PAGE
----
US rejects Jeff Bezos’ protest over the award of a lunar program contract to Elon Musk’s company

US rejects Jeff Bezos protest over the award of a lunar program

“The bids submitted by Blue Origin and Dynetics were priced significantly higher” and the space agency “lacked the funds necessary to award more than one award,” alleged the US Government Accountability Office.

NASA’s decision to award SpaceX the contract to develop the spacecraft that will take its astronauts to the Moon under the Artemis program does not contravene US law, the US Government Accountability Office concluded on Friday. (GAO).

The $2.94 billion deal was signed in April solely with Elon Musk’s company because “the bids submitted by Blue Origin and Dynetics were priced significantly higher” and the space agency “lacked the funds to grant more. of an award,” said that agency in a statement.

“NASA did not violate procurement law or regulation when it decided to award only one award. NASA’s announcement stated that the number of awards it would award was subject to the amount of funds available for the program. Additionally, the announcement was reserved. the right to award multiple awards, just one or none. Upon reaching its award decision, NASA concluded that it only had sufficient funds for the award of one contract, “GAO reported.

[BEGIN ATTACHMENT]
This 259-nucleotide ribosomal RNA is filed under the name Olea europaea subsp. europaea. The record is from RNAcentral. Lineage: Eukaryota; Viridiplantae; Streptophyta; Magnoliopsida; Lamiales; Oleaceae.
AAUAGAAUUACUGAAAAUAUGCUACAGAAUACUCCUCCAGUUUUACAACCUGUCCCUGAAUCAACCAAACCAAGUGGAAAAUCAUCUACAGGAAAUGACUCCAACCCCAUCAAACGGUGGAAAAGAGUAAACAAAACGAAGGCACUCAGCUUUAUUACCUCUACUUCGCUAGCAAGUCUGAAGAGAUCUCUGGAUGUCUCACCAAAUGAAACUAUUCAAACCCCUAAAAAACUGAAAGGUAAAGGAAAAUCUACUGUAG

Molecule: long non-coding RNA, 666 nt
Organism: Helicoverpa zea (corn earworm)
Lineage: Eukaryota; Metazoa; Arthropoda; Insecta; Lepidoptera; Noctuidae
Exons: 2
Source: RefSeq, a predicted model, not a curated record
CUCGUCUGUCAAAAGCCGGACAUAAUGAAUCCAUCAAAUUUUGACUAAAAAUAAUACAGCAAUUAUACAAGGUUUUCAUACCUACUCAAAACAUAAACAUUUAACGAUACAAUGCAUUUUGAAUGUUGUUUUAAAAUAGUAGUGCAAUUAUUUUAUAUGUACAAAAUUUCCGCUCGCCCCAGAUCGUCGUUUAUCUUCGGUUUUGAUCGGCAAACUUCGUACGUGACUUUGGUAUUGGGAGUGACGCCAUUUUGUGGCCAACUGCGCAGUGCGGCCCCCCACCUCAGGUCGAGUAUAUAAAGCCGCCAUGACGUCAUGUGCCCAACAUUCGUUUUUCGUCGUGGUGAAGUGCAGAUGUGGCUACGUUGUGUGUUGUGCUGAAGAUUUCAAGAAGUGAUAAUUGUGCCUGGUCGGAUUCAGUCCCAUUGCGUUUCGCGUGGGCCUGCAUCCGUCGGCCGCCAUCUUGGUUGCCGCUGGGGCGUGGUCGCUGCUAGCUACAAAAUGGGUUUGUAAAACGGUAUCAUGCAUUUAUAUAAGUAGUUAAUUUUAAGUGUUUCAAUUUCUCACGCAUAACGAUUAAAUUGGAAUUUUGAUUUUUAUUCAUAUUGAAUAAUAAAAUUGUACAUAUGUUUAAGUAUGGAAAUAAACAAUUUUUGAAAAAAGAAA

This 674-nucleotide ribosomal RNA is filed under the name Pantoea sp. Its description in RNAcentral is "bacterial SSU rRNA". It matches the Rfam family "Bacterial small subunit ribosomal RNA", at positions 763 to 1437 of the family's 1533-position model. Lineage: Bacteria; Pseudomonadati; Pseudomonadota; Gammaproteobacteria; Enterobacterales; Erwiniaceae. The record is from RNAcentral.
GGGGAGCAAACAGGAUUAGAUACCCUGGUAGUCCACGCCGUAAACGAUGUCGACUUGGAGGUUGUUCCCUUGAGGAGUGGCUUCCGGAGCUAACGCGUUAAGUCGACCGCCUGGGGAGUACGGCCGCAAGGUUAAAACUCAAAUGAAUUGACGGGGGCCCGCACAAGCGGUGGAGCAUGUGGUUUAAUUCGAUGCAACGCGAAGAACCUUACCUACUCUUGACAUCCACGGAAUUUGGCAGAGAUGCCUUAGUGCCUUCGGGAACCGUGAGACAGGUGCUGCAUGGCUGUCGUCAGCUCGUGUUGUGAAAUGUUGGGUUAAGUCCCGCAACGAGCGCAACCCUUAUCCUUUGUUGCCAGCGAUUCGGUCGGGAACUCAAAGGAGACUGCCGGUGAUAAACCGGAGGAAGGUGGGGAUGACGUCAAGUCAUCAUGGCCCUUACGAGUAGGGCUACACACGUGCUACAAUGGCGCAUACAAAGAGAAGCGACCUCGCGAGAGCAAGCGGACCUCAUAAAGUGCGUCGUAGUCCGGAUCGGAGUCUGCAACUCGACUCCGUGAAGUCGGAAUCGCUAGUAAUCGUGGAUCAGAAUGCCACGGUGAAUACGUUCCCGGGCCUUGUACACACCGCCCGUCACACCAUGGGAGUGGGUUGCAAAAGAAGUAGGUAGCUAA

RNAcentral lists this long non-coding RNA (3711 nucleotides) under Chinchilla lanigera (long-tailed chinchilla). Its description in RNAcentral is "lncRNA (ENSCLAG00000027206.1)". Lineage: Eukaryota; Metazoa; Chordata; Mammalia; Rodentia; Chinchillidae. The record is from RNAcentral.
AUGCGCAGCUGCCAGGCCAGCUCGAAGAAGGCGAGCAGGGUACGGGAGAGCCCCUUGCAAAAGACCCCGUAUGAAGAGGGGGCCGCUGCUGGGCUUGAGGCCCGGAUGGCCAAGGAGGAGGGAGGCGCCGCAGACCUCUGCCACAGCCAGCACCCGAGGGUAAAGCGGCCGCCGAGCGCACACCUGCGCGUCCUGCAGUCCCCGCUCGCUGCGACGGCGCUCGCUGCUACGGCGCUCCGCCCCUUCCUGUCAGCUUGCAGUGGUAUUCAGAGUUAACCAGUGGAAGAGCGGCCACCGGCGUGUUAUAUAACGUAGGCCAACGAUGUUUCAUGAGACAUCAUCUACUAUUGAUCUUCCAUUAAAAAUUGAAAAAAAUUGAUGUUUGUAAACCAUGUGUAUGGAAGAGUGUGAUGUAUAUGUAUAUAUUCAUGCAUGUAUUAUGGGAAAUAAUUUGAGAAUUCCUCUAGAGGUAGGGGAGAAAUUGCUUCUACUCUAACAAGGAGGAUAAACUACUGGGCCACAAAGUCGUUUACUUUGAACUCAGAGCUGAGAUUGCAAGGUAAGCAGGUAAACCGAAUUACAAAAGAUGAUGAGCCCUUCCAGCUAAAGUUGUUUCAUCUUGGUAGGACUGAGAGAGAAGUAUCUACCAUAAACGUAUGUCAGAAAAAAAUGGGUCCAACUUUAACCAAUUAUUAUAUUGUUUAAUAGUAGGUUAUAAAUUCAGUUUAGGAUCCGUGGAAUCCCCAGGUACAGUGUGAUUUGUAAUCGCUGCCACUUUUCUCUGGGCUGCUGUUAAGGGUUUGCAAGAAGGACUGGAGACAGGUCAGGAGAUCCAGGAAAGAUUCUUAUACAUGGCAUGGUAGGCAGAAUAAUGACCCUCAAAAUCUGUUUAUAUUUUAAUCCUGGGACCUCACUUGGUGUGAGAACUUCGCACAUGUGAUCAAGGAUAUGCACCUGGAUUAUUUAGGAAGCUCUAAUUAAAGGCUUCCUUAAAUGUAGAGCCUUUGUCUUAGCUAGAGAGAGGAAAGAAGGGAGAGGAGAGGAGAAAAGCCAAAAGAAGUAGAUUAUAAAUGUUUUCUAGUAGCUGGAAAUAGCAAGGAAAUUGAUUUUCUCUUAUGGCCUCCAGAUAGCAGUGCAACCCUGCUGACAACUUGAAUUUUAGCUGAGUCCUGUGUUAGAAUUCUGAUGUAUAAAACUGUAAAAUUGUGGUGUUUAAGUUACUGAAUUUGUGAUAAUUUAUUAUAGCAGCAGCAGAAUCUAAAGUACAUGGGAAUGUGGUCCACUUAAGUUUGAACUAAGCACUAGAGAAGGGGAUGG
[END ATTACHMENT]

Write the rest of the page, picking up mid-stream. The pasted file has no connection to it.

In light of this, the office rejected the arguments of Blue Origin and Dynetics, who lodged a protest about that decision.

Competition for Artemis

In April 2020, NASA selected three companies as possible constructors of the landers to take astronauts to the Moon in 2024. The space agency signed a contract with SpaceX of 135 million dollars for 10 months, while awarding 579 million to Blue Origins and 253 million to Dynetics.

Following SpaceX’s final choice as sole contractor, Blue Origin  called  the award “poor” and “high risk.” “That decision eliminates competitive opportunities, significantly reduces the supply base, and not only delays but jeopardizes the return of the US to the Moon. For this reason, we have filed a protest with the GAO,” said the firm.

Dynetics, for its part, argued that NASA chose “the most anti-competitive and high-risk option available,” according to SpaceNews. In the opinion of that company, the space agency should have modified its request or ask participants to review their proposals, once it was clear that Congress would only grant 25% of the $3.3 billion requested for fiscal year 2021.

On Tuesday, Jeff Bezos, owner and head of Blue Origin, offered NASA $2 billion to reconsider his company as part of its lunar career.

The Artemis program, which aims to establish a permanent human presence both on the surface and in the lunar orbit, was launched during the term of Donald Trump. Astronauts were expected to return to the lunar surface in 2024, but the Biden Administration says the date is being revised.